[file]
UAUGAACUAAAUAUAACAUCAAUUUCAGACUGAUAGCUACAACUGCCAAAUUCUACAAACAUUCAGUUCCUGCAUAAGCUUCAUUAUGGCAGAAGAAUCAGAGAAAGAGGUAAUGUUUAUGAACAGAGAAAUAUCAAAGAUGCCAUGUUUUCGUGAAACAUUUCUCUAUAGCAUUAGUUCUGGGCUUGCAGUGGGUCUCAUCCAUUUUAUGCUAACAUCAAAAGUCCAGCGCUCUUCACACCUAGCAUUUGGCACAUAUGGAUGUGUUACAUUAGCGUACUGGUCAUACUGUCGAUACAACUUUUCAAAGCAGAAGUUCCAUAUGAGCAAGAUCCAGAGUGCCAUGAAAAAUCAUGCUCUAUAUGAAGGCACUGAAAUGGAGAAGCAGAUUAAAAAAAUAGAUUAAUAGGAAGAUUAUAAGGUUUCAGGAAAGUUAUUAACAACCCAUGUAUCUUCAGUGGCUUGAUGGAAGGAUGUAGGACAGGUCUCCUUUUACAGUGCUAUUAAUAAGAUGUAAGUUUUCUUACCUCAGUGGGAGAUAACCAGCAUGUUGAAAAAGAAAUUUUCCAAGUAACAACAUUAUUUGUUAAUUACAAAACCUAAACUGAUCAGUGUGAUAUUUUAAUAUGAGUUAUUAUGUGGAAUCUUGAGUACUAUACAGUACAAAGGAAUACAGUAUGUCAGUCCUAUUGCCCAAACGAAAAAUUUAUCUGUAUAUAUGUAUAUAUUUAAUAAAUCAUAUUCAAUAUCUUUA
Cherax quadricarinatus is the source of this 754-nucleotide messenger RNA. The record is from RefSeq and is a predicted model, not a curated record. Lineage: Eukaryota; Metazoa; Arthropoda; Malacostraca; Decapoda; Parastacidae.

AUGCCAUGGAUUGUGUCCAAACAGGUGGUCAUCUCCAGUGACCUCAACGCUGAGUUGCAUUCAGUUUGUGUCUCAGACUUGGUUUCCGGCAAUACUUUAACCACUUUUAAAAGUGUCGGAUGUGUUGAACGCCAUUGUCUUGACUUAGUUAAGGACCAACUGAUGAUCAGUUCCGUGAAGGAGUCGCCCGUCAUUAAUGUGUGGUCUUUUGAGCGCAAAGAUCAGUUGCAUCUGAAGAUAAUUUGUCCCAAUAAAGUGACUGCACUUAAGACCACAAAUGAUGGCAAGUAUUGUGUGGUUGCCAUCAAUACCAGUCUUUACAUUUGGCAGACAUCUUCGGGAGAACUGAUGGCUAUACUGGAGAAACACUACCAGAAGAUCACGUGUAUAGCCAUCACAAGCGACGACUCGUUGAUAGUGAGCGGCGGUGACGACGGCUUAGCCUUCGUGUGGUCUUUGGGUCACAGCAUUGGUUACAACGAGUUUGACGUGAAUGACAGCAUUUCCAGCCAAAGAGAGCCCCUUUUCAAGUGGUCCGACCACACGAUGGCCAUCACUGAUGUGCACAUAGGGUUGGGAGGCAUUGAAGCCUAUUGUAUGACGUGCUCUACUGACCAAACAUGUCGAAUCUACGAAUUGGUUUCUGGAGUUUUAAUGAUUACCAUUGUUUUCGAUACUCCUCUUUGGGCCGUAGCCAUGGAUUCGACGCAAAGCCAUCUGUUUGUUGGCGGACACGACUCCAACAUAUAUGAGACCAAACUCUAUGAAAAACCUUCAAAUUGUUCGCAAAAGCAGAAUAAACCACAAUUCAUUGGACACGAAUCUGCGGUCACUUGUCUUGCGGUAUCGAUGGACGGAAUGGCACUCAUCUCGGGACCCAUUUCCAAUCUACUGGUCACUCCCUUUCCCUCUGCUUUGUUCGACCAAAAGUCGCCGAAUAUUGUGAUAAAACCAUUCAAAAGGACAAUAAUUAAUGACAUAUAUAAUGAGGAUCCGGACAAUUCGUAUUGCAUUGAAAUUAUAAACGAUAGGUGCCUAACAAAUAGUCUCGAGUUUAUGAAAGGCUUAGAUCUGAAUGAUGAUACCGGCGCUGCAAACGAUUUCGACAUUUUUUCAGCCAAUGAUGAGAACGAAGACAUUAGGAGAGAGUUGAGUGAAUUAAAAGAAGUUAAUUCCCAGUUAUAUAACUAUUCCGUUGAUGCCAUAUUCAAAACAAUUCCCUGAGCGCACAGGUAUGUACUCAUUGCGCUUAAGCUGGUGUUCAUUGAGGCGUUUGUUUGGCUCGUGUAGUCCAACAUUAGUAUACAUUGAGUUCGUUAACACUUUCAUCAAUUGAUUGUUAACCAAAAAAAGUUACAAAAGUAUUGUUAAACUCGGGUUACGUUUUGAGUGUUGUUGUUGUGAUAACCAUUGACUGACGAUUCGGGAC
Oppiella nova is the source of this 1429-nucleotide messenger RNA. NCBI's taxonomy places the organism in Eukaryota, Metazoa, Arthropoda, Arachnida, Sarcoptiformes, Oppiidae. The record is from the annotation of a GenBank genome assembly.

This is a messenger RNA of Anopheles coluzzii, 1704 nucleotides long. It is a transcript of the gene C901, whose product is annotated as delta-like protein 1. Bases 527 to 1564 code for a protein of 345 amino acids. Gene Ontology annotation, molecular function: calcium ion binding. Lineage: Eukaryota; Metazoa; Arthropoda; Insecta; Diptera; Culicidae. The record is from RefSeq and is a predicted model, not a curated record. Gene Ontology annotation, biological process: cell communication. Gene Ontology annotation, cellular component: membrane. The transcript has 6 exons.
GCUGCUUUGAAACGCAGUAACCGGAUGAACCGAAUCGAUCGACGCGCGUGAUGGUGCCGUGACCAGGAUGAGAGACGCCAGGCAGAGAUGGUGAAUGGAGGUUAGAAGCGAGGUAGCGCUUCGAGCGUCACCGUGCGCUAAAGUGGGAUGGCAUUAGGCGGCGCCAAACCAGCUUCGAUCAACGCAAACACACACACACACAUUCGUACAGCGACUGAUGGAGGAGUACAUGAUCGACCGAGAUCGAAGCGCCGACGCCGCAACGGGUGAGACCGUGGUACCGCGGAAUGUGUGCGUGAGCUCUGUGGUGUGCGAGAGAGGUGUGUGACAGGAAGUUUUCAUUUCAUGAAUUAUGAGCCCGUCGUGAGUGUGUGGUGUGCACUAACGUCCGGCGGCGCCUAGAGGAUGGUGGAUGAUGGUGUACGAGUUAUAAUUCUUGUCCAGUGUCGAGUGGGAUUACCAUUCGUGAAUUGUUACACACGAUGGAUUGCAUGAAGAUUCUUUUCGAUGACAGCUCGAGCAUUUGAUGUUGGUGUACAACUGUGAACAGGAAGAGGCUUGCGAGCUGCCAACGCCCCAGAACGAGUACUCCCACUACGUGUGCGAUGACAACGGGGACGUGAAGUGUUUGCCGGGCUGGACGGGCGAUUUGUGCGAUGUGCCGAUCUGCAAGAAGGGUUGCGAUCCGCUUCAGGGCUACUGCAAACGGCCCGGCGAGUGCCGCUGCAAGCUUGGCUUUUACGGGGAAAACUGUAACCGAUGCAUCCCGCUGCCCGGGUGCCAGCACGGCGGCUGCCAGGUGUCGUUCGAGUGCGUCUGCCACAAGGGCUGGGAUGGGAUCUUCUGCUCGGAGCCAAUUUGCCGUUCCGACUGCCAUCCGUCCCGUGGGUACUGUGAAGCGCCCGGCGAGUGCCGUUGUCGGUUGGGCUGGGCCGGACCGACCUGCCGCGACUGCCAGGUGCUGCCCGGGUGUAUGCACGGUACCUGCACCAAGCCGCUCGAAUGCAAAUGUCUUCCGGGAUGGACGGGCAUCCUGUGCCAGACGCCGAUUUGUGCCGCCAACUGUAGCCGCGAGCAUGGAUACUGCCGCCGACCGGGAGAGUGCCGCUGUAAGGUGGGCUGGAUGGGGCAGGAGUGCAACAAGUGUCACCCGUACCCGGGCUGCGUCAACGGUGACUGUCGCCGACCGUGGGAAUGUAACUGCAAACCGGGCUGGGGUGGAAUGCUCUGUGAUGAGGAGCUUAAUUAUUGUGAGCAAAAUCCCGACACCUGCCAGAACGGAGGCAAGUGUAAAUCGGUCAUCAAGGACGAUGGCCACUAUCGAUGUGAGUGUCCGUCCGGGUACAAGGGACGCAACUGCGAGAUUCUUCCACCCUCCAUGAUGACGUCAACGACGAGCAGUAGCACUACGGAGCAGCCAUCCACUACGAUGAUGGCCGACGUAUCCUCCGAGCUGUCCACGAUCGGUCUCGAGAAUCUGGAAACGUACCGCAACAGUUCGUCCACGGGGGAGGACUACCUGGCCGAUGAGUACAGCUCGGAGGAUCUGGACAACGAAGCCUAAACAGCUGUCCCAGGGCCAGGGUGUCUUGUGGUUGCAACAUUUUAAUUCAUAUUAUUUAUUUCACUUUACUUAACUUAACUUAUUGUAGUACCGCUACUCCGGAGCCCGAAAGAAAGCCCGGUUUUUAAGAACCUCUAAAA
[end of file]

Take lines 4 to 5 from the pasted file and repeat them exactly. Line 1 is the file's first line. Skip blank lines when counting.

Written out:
Oppiella nova is the source of this 1429-nucleotide messenger RNA. NCBI's taxonomy places the organism in Eukaryota, Metazoa, Arthropoda, Arachnida, Sarcoptiformes, Oppiidae. The record is from the annotation of a GenBank genome assembly.

This is a messenger RNA of Anopheles coluzzii, 1704 nucleotides long. It is a transcript of the gene C901, whose product is annotated as delta-like protein 1. Bases 527 to 1564 code for a protein of 345 amino acids. Gene Ontology annotation, molecular function: calcium ion binding. Lineage: Eukaryota; Metazoa; Arthropoda; Insecta; Diptera; Culicidae. The record is from RefSeq and is a predicted model, not a curated record. Gene Ontology annotation, biological process: cell communication. Gene Ontology annotation, cellular component: membrane. The transcript has 6 exons.